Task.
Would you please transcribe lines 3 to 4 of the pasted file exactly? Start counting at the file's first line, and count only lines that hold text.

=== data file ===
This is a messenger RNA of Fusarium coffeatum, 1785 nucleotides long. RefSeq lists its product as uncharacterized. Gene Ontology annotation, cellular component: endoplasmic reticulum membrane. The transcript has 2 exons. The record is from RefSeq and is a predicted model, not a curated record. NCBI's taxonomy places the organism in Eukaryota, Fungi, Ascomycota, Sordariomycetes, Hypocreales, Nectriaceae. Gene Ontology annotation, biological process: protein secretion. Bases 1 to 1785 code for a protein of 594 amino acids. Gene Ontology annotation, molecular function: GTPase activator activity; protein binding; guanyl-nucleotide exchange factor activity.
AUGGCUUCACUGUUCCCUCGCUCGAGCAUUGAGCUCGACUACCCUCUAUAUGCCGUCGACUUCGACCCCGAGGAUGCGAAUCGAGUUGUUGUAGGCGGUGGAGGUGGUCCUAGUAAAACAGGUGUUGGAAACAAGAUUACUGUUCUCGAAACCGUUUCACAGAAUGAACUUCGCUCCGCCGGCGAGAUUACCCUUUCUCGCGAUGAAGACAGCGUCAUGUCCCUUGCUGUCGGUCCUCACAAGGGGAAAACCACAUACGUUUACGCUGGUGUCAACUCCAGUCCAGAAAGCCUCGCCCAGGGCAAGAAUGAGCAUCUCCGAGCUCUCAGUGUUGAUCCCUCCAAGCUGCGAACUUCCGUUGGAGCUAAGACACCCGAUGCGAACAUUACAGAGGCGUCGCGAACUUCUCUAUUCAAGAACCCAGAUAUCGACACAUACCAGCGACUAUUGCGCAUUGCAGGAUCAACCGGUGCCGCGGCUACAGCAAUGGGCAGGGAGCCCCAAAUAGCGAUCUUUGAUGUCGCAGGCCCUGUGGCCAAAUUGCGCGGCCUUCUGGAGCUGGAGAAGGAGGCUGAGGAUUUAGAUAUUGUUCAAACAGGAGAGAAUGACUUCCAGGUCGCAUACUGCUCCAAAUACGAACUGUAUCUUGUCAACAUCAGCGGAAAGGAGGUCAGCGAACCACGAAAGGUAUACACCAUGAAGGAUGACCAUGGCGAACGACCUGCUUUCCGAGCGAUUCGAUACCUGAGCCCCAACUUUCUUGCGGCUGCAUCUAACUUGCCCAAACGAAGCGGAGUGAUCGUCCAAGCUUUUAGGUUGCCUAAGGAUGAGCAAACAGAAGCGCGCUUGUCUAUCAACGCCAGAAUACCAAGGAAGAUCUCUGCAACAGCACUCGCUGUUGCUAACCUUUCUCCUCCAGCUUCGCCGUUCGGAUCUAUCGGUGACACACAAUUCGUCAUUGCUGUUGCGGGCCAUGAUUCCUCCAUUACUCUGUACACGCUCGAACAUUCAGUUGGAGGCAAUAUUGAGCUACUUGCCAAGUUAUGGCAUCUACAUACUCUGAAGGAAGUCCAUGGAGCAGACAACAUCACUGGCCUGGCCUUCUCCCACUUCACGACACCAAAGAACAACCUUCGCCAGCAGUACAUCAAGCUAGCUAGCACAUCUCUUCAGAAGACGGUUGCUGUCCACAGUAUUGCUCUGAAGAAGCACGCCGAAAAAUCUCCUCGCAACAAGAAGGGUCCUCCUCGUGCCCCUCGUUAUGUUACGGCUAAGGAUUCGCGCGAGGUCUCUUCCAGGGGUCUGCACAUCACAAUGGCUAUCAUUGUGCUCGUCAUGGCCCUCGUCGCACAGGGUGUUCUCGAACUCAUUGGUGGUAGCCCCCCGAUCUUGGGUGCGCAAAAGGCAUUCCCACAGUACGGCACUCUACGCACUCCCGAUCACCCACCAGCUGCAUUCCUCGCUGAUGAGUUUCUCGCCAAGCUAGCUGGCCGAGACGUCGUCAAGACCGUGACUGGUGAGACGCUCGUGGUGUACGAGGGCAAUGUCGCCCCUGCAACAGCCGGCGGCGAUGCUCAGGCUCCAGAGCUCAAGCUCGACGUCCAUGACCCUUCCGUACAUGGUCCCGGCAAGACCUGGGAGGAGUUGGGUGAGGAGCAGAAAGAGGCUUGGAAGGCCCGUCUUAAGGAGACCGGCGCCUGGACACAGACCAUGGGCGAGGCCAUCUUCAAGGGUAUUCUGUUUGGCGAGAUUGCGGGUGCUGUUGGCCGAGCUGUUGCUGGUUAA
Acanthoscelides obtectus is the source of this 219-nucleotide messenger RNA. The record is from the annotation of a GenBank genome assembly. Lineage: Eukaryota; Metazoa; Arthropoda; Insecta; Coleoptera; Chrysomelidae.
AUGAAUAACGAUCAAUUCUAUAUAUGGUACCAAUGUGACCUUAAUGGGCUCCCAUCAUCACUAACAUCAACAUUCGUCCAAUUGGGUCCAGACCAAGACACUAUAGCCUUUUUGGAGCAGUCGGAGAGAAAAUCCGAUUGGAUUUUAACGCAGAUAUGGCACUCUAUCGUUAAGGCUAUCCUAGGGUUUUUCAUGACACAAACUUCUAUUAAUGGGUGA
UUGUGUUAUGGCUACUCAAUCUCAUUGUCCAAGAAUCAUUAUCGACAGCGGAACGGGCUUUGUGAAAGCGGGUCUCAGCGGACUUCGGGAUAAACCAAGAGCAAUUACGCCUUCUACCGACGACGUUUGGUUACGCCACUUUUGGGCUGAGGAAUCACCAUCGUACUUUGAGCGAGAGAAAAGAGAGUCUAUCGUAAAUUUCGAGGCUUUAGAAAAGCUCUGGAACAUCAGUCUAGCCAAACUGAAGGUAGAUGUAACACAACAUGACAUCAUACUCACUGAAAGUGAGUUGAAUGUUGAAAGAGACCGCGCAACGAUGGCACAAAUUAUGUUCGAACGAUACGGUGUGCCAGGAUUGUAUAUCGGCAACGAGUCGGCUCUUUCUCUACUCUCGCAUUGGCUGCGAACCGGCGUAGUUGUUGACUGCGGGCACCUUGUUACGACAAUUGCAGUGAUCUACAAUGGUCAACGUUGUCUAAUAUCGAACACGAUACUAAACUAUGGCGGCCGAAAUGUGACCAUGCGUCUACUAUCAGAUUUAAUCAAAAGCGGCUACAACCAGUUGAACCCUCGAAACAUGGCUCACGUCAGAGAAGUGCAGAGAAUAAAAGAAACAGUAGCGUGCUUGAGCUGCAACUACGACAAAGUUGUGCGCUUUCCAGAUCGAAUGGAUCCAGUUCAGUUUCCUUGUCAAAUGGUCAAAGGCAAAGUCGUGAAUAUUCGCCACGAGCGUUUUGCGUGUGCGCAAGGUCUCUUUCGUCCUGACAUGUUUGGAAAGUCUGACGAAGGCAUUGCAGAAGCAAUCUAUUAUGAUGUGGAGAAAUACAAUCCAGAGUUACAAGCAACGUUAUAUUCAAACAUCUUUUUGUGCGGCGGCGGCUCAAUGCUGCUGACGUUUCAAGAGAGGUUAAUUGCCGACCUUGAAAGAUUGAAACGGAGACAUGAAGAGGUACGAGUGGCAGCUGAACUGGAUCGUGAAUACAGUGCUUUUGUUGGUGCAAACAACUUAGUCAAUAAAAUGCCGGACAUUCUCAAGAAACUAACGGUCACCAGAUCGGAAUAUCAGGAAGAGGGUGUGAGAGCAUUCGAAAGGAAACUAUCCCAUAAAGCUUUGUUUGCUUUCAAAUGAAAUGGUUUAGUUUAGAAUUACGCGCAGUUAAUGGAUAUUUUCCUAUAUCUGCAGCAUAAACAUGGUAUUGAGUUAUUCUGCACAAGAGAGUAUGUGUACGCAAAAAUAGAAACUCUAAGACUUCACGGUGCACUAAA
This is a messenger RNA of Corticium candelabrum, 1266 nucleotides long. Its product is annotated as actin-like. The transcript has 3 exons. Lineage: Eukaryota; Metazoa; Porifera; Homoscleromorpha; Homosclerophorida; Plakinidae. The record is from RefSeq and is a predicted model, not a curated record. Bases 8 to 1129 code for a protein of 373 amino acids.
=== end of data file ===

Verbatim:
Acanthoscelides obtectus is the source of this 219-nucleotide messenger RNA. The record is from the annotation of a GenBank genome assembly. Lineage: Eukaryota; Metazoa; Arthropoda; Insecta; Coleoptera; Chrysomelidae.
AUGAAUAACGAUCAAUUCUAUAUAUGGUACCAAUGUGACCUUAAUGGGCUCCCAUCAUCACUAACAUCAACAUUCGUCCAAUUGGGUCCAGACCAAGACACUAUAGCCUUUUUGGAGCAGUCGGAGAGAAAAUCCGAUUGGAUUUUAACGCAGAUAUGGCACUCUAUCGUUAAGGCUAUCCUAGGGUUUUUCAUGACACAAACUUCUAUUAAUGGGUGA